Other Skin Tumours

Merkel cell tumours: of neuroendocrine origin that occur in elderly patients, usually presenting as a rapidly growing nodule often in the head and neck area. They may present with skin involvement and lymph node spread. Prognosis in these tumours is poor. Secondary spread from small cell carcinoma of lung must be excluded.

Paget's disease of nipple: presents as an eczematous area on the nipple or areola. It is associated with underlying malignancy in the breast.

Extramammary Paget's disease: occurs at the vulva, perineum, scrotum, penis, anus and axilla. It presents as a red velvety area and on histological examination is an in situ carcinoma. It may or may not be associated with underlying carcinoma in the sweat glands of the skin or visceral malignancy in the gastrointestinal, urinary or gynaecological tracts.

Skin appendage tumours (benign and malignant): the hair follicle and sweat gland structures are capable of giving rise to a wide variety of skin appendage tumours. If multiple, they may be associated with clinical syndromes. Most of these lesions present as nodules in the skin and correct diagnosis is dependent on histological examination. The majority of lesions are benign, although a small number are malignant and may metastasise and cause death in the patient.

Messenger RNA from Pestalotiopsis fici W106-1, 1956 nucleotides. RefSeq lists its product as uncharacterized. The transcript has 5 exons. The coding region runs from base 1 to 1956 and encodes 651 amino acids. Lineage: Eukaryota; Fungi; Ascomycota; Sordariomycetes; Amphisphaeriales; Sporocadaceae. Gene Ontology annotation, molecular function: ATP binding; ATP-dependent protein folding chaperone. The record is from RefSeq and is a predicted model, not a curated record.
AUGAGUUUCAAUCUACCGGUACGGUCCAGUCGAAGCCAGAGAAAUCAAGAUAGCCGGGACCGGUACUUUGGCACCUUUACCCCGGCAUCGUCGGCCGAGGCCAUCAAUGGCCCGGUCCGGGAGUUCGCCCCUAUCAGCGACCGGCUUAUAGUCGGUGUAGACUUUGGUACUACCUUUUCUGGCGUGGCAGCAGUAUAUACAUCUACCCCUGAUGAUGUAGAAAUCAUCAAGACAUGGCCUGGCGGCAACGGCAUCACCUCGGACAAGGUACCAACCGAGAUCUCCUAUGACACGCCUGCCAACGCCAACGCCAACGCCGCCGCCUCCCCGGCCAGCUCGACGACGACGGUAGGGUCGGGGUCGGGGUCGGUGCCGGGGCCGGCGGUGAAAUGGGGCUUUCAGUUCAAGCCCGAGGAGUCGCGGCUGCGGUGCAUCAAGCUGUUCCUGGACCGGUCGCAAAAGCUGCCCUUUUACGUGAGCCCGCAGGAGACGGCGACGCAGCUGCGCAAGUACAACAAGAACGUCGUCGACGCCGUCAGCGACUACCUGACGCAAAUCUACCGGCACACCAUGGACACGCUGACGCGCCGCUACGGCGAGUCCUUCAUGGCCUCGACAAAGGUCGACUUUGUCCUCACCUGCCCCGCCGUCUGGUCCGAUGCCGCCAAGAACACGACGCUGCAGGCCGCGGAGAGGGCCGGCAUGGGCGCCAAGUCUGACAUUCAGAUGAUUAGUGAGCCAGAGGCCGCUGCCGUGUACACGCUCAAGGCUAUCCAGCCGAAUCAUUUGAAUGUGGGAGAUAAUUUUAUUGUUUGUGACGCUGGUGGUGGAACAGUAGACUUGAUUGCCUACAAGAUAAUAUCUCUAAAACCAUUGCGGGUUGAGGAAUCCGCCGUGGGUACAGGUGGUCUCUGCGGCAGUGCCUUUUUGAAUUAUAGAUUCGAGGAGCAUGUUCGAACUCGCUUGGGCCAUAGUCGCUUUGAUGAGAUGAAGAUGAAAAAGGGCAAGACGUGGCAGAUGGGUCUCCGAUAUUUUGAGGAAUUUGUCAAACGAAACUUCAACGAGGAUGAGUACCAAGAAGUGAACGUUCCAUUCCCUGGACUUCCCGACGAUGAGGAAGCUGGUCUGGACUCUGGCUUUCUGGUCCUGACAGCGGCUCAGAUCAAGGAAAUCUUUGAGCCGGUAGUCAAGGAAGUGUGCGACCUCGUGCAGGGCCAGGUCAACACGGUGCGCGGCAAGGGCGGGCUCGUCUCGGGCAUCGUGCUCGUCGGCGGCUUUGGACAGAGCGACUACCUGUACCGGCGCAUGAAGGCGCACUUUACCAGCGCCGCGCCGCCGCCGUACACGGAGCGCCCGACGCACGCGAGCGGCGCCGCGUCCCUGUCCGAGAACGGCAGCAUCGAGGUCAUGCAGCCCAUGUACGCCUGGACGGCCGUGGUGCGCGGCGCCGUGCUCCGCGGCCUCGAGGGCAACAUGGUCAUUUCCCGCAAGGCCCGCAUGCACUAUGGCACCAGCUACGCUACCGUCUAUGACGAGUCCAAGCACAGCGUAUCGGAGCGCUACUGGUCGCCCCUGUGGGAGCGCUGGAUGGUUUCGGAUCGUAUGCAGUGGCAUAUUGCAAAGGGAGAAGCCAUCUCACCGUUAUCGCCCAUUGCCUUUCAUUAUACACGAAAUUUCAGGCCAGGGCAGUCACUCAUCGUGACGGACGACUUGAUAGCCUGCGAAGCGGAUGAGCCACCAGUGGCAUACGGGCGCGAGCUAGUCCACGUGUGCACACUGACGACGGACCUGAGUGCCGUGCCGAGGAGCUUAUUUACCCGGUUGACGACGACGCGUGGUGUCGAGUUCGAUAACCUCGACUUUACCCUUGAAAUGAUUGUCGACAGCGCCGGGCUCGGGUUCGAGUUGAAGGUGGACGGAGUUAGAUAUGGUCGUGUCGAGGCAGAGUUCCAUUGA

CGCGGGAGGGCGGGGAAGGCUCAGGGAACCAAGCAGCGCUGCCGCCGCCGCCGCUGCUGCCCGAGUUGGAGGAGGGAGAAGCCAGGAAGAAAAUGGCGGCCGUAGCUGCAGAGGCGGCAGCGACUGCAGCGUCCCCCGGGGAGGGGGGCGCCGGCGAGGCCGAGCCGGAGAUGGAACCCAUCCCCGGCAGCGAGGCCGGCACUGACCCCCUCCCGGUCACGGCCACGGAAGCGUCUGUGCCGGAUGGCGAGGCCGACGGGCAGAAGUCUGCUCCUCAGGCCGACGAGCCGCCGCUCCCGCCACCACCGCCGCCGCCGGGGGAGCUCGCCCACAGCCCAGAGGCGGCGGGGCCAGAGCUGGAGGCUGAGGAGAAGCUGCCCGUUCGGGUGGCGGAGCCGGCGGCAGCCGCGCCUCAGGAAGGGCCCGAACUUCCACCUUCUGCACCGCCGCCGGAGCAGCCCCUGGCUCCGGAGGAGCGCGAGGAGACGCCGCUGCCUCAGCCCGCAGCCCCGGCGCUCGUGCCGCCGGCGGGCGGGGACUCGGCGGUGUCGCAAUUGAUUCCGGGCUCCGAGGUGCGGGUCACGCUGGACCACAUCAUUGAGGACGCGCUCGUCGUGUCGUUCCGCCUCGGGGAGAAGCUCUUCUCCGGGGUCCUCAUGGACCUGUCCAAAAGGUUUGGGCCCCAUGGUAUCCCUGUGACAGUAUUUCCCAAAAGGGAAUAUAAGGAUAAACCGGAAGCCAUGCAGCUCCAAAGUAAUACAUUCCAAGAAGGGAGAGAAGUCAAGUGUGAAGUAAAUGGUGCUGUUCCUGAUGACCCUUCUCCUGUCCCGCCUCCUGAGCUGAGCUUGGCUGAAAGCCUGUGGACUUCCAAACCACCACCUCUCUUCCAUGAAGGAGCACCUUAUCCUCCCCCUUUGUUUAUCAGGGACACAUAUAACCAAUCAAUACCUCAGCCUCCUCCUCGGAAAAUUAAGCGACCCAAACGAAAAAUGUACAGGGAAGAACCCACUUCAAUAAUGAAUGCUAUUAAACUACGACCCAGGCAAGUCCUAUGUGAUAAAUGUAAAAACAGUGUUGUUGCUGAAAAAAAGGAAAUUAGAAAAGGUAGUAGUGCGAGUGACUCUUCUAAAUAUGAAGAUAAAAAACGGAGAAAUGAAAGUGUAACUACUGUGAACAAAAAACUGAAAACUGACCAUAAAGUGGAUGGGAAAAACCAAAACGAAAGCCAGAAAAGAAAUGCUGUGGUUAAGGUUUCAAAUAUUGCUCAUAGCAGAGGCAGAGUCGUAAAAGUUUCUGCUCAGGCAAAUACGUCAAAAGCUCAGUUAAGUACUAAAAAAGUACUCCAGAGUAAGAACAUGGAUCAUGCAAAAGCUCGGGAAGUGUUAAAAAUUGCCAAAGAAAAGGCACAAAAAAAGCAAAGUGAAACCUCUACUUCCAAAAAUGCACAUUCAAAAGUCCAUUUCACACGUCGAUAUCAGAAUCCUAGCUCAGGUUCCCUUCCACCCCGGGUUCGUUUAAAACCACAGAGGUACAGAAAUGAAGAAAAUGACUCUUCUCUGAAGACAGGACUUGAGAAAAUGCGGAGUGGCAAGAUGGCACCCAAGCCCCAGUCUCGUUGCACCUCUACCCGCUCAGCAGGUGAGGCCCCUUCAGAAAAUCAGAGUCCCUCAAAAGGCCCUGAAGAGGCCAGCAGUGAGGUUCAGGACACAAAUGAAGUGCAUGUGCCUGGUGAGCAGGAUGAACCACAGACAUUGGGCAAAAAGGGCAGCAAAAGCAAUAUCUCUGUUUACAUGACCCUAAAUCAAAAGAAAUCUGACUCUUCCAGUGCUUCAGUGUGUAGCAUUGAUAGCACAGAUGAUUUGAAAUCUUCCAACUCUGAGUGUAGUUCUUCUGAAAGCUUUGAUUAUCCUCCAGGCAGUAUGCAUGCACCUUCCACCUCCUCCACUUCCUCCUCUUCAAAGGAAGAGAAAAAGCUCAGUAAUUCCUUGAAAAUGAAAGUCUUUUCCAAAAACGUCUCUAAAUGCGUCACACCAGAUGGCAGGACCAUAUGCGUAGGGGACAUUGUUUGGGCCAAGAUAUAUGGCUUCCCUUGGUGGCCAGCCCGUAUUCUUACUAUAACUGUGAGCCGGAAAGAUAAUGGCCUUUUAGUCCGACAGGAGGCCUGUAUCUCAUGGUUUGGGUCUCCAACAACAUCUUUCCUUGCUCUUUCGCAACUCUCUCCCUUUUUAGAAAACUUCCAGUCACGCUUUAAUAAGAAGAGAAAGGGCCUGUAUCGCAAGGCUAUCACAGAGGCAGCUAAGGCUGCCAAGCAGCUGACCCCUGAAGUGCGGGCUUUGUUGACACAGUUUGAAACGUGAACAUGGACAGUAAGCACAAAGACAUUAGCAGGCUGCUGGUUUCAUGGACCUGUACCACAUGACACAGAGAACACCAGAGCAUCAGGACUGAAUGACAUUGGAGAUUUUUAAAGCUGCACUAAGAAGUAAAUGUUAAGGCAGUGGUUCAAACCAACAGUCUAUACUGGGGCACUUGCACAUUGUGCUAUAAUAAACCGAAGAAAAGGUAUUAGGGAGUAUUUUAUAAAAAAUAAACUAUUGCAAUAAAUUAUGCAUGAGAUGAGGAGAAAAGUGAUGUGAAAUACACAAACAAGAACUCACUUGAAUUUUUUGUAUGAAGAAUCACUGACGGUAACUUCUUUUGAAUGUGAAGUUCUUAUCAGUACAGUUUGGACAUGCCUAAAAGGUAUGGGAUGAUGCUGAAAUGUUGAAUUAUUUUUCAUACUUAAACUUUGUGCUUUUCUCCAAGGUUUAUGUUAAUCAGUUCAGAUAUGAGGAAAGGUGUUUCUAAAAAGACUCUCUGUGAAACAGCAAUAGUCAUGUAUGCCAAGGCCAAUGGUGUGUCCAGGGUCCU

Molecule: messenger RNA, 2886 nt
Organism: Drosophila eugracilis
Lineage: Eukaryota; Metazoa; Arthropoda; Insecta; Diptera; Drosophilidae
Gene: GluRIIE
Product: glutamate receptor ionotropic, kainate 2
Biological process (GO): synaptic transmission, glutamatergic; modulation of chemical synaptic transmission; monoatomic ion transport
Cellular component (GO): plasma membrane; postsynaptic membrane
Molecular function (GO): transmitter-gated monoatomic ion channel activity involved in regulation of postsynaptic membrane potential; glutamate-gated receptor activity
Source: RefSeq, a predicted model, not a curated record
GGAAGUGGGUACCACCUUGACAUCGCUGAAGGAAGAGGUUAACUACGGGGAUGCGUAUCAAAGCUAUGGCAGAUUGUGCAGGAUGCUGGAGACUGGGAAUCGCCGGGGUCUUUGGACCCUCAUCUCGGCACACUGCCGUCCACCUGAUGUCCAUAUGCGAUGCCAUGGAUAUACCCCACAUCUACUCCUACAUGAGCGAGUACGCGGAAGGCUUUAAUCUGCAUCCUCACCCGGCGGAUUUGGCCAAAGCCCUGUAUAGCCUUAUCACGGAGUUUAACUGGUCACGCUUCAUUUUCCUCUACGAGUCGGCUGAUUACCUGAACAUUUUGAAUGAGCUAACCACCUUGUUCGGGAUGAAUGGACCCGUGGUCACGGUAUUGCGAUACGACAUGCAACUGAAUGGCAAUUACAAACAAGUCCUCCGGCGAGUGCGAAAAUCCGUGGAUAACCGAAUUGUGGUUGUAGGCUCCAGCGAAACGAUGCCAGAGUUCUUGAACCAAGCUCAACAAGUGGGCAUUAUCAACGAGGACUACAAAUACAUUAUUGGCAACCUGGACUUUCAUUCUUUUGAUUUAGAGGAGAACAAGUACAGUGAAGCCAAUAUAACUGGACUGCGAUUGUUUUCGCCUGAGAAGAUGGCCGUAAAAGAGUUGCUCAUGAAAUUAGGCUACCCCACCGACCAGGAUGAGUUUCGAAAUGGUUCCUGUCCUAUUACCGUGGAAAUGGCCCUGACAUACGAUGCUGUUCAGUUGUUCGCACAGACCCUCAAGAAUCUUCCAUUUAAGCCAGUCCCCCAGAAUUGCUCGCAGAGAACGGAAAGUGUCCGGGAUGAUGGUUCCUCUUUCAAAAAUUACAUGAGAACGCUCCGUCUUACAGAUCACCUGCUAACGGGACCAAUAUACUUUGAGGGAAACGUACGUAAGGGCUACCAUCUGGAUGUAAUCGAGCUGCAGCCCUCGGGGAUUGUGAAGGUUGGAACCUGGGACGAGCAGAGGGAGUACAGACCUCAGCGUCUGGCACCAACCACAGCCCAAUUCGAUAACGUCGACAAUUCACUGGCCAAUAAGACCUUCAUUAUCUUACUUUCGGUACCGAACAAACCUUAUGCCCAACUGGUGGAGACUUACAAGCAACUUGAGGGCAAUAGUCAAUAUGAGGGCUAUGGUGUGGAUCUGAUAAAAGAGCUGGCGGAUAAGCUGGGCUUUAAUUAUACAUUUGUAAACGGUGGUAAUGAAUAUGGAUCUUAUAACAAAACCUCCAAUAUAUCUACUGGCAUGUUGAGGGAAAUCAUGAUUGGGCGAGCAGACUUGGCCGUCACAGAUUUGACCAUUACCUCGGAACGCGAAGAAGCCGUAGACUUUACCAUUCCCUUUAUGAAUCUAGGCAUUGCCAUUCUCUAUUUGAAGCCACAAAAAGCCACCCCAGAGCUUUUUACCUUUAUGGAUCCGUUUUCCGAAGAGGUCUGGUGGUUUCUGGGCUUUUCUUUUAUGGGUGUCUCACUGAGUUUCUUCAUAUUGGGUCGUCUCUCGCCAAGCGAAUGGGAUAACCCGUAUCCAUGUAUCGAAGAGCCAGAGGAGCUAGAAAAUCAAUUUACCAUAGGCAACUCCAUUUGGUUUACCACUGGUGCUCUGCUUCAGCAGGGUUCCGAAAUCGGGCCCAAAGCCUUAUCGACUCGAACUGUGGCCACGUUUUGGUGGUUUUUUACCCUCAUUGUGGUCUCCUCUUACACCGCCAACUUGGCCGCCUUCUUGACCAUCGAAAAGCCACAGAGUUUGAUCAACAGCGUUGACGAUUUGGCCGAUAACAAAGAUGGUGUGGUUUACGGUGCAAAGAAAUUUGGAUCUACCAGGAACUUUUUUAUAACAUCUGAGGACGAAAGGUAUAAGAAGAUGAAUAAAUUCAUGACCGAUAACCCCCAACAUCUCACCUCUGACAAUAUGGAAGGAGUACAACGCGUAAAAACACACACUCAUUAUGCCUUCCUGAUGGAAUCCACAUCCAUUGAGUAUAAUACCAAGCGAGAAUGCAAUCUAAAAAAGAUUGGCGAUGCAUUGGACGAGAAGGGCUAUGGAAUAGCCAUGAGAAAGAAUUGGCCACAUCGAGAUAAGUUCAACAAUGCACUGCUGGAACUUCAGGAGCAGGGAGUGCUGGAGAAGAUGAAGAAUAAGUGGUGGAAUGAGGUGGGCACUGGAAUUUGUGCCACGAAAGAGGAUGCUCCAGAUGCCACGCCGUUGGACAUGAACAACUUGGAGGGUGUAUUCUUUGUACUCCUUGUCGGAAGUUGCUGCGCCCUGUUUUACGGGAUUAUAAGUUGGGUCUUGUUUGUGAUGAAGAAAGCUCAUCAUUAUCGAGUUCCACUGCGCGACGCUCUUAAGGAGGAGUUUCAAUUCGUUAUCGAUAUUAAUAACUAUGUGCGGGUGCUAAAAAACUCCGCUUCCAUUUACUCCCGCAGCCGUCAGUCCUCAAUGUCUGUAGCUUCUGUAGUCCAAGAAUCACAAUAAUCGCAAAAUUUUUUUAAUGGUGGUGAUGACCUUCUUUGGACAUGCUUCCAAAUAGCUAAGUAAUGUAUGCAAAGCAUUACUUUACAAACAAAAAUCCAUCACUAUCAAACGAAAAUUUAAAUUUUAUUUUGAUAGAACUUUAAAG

Benign epithelial tumours and tumour-like lesions: seborrhoeic keratosis is a benign epithelial tumour arising in the skin of middle-aged and elderly patients, presenting usually as a stuck-on, warty type of lesion. They are often pigmented and may be mistaken by the patient and clinician for a melanoma.

Viral warts: most viral warts are treated with topical agents and are not submitted for histo-logical diagnosis, unless the diagnosis is unclear.

Benign mesenchymal tumours: the mesenchymal tissue in the dermis and subcutis can give rise to various tumours. Most present as nodules in the skin and may be biopsied or excised by the clinician using curettage, shave, punch and elliptical excision.

Malignant mesenchymal tumours (sarcomas): rare. These lesions are often large and may have a history of growth or change. They may be biopsied to establish the diagnosis or have a wide surgical excision to remove the lesion.

Leukaemia and lymphoma: leukaemias and lymphomas may affect the skin in two main ways: (a) as an inflammatory skin rash as a consequence of the underlying malignancy and (b) as a lymphoma/leukaemia involving the skin, either as a primary skin lesion or spread to the skin as part of systemic disease. Lymphoma and leukaemia involvement of the skin may present as a skin rash, plaques or nodules of tumour. Usually, a small diagnostic biopsy is taken in such cases, either as a punch or an ellipse.

Secondary tumours: secondary tumours may involve the skin, either as directly from an underlying tumour or as metastatic spread. A small biopsy is usually used for diagnostic purposes. FNA also has a role to play (see below).

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